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Reflections on my visit to Nigeria (I)

By Farooq A. Kperogi I was in Nigeria from May to August this year to take a well-deserved escape from the ever-present stress and strain...

By Farooq A. Kperogi

I was in Nigeria from May to August this year to take a well-deserved escape from the ever-present stress and strain of American academic life and to see my folks and friends back home.

The last time I embarked on a similar visit was two years earlier. I have found that every back-and-forth visit between America and Nigeria inspires a heightened awareness in me about things I had taken for granted, or that I had never even paid any heed to. And this ranges from the sublime to the ridiculous.

One of the first things that struck me about Nigeria during my last visit is the emergence of a numerically significant middle class that seems elaborately flamboyant in its indulgence and consumption habits. (It is now customary to call this class of people the “consumer class.”)

For instance, in the streets of Abuja, Lagos, Zaria, and Ilorin, I saw posh and exotic cars that I had only seen in America— cars like Cadillac Escalade, Porsche Gemballa, Nissan Armada, Lincoln Navigator, Infiniti Q45, etc. And they are not only sparkling new; they are late models.

Models of cars that used to be the exclusive preserve of a privileged few now seem to be available and affordable to wider strata of a burgeoning consumer class. Similarly, the number of people buying expensive and exquisite homes in cities like Abuja and Lagos appears to me to be unparalleled.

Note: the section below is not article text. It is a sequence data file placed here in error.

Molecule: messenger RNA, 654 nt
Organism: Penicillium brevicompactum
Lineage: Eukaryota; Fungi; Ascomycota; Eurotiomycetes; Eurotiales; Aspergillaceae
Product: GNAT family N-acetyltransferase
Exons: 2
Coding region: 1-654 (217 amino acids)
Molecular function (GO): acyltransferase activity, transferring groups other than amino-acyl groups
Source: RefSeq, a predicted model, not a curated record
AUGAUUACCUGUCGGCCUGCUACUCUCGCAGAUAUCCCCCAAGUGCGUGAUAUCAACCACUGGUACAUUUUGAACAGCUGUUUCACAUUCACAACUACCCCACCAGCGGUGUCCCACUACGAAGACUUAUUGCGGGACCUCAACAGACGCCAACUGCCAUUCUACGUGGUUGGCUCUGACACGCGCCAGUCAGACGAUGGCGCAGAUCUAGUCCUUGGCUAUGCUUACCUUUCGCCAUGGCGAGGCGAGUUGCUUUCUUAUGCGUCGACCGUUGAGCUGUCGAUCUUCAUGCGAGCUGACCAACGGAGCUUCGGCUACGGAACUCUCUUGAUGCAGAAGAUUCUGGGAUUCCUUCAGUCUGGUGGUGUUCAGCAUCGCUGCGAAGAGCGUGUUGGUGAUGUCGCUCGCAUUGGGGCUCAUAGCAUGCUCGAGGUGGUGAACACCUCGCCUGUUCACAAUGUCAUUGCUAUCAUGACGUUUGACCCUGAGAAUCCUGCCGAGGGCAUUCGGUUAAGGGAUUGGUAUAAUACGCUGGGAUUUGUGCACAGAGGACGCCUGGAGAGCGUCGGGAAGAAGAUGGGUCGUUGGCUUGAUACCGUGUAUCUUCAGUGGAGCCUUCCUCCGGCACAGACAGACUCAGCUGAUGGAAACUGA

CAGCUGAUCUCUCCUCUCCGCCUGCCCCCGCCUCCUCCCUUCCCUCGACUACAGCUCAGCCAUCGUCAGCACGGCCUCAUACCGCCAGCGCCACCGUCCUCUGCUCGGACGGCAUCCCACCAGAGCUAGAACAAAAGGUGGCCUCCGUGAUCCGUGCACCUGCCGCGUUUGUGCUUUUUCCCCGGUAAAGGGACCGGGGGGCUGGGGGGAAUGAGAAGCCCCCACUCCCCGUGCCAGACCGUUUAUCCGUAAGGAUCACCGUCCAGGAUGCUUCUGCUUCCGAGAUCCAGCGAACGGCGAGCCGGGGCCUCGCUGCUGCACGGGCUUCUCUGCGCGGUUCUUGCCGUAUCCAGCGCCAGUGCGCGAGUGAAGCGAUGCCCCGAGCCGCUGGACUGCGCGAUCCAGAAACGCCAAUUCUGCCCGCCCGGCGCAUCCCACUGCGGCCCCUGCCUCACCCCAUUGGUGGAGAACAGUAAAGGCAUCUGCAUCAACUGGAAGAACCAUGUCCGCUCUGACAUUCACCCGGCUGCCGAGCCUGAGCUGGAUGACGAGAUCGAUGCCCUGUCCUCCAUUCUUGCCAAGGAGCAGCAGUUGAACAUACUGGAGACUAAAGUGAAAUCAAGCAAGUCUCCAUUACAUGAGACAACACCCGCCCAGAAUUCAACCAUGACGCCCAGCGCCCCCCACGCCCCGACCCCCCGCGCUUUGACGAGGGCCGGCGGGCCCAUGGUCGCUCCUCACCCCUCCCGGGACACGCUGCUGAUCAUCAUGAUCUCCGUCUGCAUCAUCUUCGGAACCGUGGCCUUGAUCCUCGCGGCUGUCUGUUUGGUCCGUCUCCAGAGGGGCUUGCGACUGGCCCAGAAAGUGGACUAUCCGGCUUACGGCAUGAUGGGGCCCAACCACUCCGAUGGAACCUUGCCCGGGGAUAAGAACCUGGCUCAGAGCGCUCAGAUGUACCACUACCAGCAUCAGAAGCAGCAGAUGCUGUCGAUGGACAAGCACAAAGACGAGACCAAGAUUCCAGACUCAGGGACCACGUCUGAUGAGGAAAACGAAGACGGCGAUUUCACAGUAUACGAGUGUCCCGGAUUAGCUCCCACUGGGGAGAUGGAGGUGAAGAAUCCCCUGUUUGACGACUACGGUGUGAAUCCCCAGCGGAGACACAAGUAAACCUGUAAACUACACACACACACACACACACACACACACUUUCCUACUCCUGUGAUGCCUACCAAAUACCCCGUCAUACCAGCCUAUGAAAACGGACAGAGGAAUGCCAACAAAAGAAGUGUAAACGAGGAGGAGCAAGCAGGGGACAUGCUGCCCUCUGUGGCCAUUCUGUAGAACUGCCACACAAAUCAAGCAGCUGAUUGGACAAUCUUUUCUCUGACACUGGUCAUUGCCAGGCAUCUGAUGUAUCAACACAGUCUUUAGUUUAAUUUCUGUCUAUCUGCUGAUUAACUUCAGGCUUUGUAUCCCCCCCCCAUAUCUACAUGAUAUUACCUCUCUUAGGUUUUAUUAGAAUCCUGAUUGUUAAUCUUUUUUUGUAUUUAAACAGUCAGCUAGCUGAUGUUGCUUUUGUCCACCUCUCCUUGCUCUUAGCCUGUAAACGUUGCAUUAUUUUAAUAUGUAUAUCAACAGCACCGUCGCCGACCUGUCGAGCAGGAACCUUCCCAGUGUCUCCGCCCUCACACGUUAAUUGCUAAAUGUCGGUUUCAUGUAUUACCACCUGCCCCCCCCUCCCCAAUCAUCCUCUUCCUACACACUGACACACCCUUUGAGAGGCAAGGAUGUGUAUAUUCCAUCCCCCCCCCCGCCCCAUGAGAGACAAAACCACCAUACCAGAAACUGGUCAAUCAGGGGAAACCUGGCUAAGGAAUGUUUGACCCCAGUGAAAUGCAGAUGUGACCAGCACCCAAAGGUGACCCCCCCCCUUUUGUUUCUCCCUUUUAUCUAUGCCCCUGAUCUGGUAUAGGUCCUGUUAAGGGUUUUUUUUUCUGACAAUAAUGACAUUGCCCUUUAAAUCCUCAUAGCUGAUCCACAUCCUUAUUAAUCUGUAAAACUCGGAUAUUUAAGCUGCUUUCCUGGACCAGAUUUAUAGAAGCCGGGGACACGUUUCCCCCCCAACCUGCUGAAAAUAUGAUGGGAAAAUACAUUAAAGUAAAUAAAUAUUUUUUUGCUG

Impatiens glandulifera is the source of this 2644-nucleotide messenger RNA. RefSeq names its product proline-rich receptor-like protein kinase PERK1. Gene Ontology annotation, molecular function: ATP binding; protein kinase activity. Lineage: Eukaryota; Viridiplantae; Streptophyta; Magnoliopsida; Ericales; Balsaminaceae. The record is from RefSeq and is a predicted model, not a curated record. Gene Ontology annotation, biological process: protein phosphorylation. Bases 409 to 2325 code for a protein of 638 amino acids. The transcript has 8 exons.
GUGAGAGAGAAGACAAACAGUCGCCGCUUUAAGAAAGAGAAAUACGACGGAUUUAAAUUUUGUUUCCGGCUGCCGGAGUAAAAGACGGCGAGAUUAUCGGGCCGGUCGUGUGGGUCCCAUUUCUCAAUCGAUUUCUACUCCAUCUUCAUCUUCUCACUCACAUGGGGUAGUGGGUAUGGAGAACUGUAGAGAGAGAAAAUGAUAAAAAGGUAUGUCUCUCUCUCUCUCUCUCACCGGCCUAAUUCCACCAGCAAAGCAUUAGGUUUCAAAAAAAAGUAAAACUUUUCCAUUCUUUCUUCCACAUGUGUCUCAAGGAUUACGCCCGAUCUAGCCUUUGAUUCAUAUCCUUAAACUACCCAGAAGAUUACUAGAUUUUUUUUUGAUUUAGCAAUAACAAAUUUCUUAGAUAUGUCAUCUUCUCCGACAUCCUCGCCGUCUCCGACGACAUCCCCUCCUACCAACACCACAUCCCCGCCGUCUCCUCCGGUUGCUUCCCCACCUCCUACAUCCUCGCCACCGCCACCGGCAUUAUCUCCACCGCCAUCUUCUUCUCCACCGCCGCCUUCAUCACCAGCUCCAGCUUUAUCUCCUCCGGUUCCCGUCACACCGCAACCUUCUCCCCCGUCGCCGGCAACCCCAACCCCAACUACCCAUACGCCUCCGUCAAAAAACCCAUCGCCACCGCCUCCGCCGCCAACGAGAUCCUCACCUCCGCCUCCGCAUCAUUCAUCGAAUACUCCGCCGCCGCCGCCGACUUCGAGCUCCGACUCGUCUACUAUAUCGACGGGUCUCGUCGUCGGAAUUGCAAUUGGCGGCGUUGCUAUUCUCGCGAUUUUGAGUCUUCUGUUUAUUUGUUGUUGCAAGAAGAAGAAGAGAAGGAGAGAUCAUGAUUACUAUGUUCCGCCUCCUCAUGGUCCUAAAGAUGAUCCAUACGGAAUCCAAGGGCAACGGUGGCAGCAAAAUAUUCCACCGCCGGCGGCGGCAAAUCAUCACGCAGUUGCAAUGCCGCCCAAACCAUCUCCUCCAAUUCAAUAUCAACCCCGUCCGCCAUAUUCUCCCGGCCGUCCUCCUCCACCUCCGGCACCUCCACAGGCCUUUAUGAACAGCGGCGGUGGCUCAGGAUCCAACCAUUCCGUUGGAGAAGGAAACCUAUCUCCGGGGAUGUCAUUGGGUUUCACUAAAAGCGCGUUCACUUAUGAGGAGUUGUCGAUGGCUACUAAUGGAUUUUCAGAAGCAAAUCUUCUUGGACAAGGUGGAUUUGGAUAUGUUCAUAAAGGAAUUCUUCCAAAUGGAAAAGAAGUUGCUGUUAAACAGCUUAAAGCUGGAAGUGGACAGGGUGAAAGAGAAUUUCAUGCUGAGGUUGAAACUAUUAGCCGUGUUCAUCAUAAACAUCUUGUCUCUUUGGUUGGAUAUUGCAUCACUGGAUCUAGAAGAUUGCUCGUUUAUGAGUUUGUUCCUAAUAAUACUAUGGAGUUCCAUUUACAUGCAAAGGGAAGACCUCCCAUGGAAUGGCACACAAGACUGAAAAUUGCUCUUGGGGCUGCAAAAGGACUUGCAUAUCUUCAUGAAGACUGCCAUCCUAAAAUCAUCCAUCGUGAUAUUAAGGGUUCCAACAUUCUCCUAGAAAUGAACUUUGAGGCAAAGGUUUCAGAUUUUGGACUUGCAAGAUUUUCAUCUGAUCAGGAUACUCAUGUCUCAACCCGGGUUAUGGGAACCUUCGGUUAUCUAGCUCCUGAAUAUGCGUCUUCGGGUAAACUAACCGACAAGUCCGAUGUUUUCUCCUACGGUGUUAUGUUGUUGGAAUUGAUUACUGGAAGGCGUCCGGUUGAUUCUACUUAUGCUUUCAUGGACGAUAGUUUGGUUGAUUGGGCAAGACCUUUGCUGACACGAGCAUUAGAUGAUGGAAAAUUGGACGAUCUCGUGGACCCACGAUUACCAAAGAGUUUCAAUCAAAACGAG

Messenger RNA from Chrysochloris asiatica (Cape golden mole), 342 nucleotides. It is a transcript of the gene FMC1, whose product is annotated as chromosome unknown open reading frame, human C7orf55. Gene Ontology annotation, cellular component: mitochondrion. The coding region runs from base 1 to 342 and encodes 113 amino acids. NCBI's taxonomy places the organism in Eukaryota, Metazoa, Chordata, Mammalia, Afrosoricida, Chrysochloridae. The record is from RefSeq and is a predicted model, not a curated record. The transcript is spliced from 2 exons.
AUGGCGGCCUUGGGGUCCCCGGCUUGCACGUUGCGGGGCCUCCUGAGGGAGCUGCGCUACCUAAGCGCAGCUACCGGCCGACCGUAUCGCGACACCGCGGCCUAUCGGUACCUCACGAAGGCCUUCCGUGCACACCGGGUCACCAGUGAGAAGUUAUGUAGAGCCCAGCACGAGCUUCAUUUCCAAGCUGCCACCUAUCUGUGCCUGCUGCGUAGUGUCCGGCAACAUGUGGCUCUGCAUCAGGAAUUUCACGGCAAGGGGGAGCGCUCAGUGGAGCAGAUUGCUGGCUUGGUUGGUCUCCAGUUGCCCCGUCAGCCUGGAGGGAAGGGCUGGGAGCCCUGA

Of course, this reality uncannily cohabits with the realness of severe poverty and deprivation for a vast majority of the people. But I thought the conspicuous consumption and pretentiously elegant taste of Nigeria’s emergent consumer class was remarkable.

Again, the number of Nigerians who dine in swish and dainty restaurants that charge between $10 and $25 dollars per meal (which is quite pricey even by Americans standards) seems to have increased, at least in the metropolitan cities that I visited.

It seems to me that eating in chic fast-food restaurants is now becoming a status conferrer in Nigeria. And Nigerians love status—or feelings of status! That must explain why there are now many expensive American-style fast-food restaurants dotted around many Nigerian cities. I was surprised to also see drive-through restaurants that I only saw in the West.

Consumerism is truly being globalized. But does that represent development? Or is it mere rough-cut Americanization? It would indeed be tragic if our elaborate Nigerian culinary culture were to give way to the bandwagon of American-style fast-food gastronomic vulgarity.

I also noticed that the culture of Internet access from homes is growing exponentially, even though Nigeria is still plagued with the problem of abysmally low bandwidth, which makes Internet speed exasperatingly slow and watching videos on the Internet nearly impossible. But it’s better than nothing.

For the greater part of the duration of my three-month stay in Nigeria, I had Internet access from my home, something that was inconceivable when I visited two years earlier. Now, even as I am back to the United States, I constantly have web-camera-supported video chats with my family. I realized that a lot of my friends in Abuja, Lagos and Zaria had access to the Internet from their homes, too.

It must be pointed out, though, that the cost of home Internet access in Nigeria is prohibitively high, even by American standards. While I was in Nigeria, I paid 10,000 naira for monthly access to the Internet from my laptop, which is equivalent to about $85. Compare that to the $37 (4,366 naira) I pay here monthly for the highest grade of high-speed wireless Internet access in a country with the highest bandwidth in the world. If I wanted the lowest grade (which, by the way, is light-years faster than the connection I had in Nigeria) I would pay only about $14 (1,652 naira) per month.